Tea with TED

Students meet and discuss TED Talks

Written by | February 18, 2013

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Amber Smith, left, a founder of Tea with TED, and EcoRep Emma Prichard attended the Thursday event. Photo by Miles Sanguinetti.

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James Lopez, co-founder of Tea with TED, participates in a group discussion about the video. Photo by Miles Sanguinetti.

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Students gather to watch a TED lecture about sustainable water harvesting on Thursday. Photo by Miles Sanguinetti.

Amber Smith, left, a founder of Tea with TED, and EcoRep Emma Prichard attended the Thursday event. Photo by Miles Sanguinetti.James Lopez, co-founder of Tea with TED, participates in a group discussion about the video. Photo by Miles Sanguinetti.Students gather to watch a TED lecture about sustainable water harvesting on Thursday. Photo by Miles Sanguinetti.

After meeting in the fall, two ambitious Portland State freshmen put their common passion for TED Talks to use by creating the student group Tea with TED.

On Thursday, 20 to 30 students gathered in the Montgomery Court Residence Hall lounge to watch and discuss two TED Talks on water sustainability over snacks and tea.

After freshmen Amber Smith and James Lopez met, it didn’t take long for them to realize they shared a love for the Internet videos known as TED Talks, which are filmed lectures on a variety of topics. The collective motto of these videos is, “ideas worth spreading.”

The two students created the group, which aims to meet monthly so students can watch and discuss TED Talks on a particular subject.

This month’s meeting discussed water sustainability. Students from Take Back the Tap and EcoReps were also present. During the meeting, students viewed two talks: Capt. Charles Moore speaking on the “seas of plastic” and Anupam Mishra speaking on the “ancient ingenuity of water harvesting.”

The first video is a talk by Moore highlighting the massive amounts of plastic that have been gathering for years in the oceans. Largely to blame is the excessive use of plastic packaging, especially in the form of liquid containers such as soda or water bottles, Moore explained.

The video was followed by a group discussion focusing on students’ reactions and possible solutions.

One student claimed the video made her feel like taking an environmental science class, while another said the video left him hungry for answers.

The second video, a lecture led by Anupam Mishra, centered on environmentally friendly forms of water harvesting. Mishra provided examples of sustainable engineering that have allowed for a water harvesting system to function for centuries in the deserts of India.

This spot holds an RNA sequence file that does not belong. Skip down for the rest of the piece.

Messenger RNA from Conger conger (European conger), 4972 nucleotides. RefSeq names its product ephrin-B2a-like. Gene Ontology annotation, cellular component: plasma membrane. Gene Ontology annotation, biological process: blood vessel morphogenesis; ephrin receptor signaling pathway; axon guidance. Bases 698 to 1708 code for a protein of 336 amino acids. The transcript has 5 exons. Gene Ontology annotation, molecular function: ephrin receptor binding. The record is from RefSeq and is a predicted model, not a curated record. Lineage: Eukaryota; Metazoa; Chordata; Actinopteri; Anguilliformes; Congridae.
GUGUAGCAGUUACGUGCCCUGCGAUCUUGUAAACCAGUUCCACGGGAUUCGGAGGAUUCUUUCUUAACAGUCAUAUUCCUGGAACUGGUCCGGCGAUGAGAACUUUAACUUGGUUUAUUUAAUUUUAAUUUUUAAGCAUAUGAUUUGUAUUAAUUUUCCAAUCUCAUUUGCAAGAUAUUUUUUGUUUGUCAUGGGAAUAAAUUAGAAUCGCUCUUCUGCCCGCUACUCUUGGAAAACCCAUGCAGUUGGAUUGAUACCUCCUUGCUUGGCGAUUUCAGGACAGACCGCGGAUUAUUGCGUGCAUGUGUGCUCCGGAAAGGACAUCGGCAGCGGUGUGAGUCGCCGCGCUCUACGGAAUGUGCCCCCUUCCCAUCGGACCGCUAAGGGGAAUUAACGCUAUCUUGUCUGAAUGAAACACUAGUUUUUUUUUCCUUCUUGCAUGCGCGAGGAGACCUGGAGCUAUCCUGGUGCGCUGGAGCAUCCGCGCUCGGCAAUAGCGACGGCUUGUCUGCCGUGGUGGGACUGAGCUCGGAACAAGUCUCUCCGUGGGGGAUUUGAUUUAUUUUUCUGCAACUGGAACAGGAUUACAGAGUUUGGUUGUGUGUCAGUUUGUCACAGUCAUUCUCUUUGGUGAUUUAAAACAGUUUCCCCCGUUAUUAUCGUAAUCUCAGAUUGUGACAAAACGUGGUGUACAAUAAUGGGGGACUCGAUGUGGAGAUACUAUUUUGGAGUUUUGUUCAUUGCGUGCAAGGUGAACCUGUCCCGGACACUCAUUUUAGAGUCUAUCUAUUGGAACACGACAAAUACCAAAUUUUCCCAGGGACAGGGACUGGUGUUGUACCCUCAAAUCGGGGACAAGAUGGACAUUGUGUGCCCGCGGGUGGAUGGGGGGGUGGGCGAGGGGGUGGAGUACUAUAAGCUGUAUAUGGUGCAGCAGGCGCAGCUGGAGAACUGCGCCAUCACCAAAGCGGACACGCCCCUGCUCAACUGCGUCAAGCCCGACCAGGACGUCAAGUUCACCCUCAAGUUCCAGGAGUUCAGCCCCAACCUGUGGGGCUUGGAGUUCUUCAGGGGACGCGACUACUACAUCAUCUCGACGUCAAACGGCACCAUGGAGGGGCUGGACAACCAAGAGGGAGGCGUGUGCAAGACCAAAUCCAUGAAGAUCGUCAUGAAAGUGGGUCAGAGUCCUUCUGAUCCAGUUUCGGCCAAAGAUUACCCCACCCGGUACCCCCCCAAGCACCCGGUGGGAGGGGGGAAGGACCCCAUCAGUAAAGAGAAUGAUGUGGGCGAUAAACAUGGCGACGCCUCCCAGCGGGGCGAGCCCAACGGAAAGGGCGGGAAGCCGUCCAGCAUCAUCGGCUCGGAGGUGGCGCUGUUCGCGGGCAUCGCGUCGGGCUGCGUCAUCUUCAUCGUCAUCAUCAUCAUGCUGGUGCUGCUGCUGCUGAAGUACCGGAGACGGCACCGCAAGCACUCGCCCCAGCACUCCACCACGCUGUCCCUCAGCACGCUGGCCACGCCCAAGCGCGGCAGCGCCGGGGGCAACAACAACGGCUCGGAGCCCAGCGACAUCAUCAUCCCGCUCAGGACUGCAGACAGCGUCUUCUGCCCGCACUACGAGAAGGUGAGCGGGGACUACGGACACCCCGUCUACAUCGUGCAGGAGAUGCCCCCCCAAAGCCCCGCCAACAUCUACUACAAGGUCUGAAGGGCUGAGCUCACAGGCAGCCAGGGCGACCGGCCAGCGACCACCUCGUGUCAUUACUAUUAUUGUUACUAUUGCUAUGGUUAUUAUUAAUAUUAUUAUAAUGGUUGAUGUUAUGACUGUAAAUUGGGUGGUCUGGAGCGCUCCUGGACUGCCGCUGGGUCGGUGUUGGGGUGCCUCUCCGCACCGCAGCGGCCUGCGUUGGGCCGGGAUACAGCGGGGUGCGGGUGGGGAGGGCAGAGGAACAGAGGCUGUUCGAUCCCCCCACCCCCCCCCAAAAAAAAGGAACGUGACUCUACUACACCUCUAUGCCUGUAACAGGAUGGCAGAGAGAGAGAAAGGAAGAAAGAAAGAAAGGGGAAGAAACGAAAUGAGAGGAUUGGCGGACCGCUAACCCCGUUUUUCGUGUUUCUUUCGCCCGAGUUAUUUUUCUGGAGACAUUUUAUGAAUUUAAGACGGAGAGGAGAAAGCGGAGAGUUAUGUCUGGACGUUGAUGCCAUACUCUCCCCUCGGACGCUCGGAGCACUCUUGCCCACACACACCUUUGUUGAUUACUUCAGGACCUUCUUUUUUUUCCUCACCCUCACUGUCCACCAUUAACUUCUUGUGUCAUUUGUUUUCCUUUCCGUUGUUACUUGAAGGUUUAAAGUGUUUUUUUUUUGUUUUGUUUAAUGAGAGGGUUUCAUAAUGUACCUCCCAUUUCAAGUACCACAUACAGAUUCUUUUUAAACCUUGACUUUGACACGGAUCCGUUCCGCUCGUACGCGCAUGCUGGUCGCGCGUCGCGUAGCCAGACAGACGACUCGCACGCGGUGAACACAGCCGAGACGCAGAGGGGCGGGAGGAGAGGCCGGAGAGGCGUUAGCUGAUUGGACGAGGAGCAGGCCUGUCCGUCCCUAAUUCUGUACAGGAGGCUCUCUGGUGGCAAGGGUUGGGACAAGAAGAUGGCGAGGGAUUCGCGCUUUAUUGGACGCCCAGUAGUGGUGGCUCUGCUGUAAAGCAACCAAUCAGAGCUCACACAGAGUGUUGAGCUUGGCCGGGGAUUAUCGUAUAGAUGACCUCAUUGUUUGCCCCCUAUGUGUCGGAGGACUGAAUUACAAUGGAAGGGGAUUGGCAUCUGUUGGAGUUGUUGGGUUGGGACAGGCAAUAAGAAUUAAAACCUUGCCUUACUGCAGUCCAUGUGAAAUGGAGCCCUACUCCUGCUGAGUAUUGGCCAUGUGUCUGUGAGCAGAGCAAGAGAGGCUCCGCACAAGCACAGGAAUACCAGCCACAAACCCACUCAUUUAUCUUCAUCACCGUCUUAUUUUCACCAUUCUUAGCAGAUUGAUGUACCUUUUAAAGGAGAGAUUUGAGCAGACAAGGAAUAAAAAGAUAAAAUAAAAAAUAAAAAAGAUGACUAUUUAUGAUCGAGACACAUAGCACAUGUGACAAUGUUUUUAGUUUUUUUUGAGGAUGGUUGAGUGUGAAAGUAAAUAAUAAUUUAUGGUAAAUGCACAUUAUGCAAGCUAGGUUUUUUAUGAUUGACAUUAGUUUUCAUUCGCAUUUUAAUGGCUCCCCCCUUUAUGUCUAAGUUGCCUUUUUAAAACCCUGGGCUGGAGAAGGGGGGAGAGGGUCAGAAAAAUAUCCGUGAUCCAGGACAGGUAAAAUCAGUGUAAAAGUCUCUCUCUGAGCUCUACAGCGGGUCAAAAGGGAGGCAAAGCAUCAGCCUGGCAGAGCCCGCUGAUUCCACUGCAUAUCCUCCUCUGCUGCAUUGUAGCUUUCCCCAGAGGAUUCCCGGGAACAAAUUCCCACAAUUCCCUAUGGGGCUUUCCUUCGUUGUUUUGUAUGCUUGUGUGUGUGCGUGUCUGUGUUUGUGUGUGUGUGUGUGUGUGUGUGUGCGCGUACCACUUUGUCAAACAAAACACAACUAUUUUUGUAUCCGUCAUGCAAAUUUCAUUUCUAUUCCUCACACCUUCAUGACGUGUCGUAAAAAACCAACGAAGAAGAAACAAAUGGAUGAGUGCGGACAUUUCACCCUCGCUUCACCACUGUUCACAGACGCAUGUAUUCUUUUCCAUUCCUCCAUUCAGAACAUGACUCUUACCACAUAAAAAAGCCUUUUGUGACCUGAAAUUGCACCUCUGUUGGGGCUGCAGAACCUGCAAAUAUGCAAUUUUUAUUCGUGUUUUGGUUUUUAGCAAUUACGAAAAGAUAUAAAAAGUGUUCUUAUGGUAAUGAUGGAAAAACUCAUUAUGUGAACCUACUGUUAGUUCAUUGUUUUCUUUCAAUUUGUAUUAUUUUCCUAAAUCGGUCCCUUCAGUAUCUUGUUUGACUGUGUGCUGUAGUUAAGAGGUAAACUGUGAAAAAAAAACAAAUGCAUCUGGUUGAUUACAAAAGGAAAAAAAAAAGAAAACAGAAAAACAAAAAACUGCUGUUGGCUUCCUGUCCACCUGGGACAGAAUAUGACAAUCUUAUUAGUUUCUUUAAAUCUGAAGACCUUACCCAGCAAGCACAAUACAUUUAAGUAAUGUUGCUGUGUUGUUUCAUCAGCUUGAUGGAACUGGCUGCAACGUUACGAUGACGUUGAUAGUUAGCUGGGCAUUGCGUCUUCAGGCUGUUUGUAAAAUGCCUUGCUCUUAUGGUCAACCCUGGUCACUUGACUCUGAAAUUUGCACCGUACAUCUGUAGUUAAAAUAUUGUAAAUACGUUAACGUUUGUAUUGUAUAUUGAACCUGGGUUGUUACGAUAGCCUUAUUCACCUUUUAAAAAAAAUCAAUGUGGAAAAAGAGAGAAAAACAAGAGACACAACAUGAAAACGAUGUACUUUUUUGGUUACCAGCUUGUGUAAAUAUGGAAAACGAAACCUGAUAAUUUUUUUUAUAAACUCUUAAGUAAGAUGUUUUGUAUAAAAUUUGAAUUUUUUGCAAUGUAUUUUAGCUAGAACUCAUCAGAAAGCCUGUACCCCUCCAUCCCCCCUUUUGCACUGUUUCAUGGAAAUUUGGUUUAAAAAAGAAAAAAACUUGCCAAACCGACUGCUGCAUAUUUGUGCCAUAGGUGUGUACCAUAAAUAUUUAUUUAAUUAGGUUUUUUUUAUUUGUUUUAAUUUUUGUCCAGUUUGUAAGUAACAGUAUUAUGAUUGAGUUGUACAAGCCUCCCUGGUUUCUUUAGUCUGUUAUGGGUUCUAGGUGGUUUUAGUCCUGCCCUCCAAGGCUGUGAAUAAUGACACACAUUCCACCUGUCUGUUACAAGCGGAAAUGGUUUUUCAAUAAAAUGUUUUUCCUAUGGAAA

The successful system was created by a group of local men, in comparison to a government funded water-harvesting project also mentioned in the talk, which failed.

After watching this video, rather than discussing it as a large group, the students broke into smaller groups of around five or six students to share their opinions and reactions.

Many felt that the passion and knowledge behind local movements was priceless, while others maintained that it will take major change funded by large companies or the government to reach a higher frequency of sustainable practices.

While students discussed these subjects, they snacked on the sustainable food provided.

All of the food, except for a single bag of popcorn, was either purchased in bulk or in another way that made it possible for no plastic to be used. Also available was an assortment of teas.

The event was co-sponsored by two other student groups. EcoReps is a group of student leaders trained to promote environmentally and socially responsible behavior in residence halls, whose goals include reducing water usage.

Also present was the student group Take Back the Tap, which specifically focuses on decreasing the use of disposable water bottles.

“They are awful. Unsustainable. Ridiculous,” representative Emma Prichard said. “Our goal is to ban bottled water on campus.”

Take Back the Tap started the campaign responsible for the installation of more than 10 bottle-filling stations located on campus.

Because Tea with TED was started after the annual student group budgets were allocated, all events are based on donations and sponsorship, Smith said.

“Next year we will receive funding, and hopefully then we can have a better facility,” she said. “We have discussed getting a conference table with paper so that students can take notes or even doodle during the videos.”

The group has hosted four events since fall. Previous topics have included gender roles and linguistics.

“We are open to suggestions for TED Talks,” Smith said. She also noted that education and lesbian, gay, bisexual, transgender and queer rights are next on the agenda.

“Our main goal and hope is that soon our discussion will motivate action,” she said. “That way we will be making the change we see discussed in TED Talks.”

For more information, you can find Tea with TED at PSU on Facebook.

To get involved with Take Back the Tap, join their meetings on Fridays at noon at the Green Space in the Smith Memorial Student Union basement, next door to Food For Thought Cafe. Future events include the “Tap That” event on March 1, at which there will be testing for water quality and taste.

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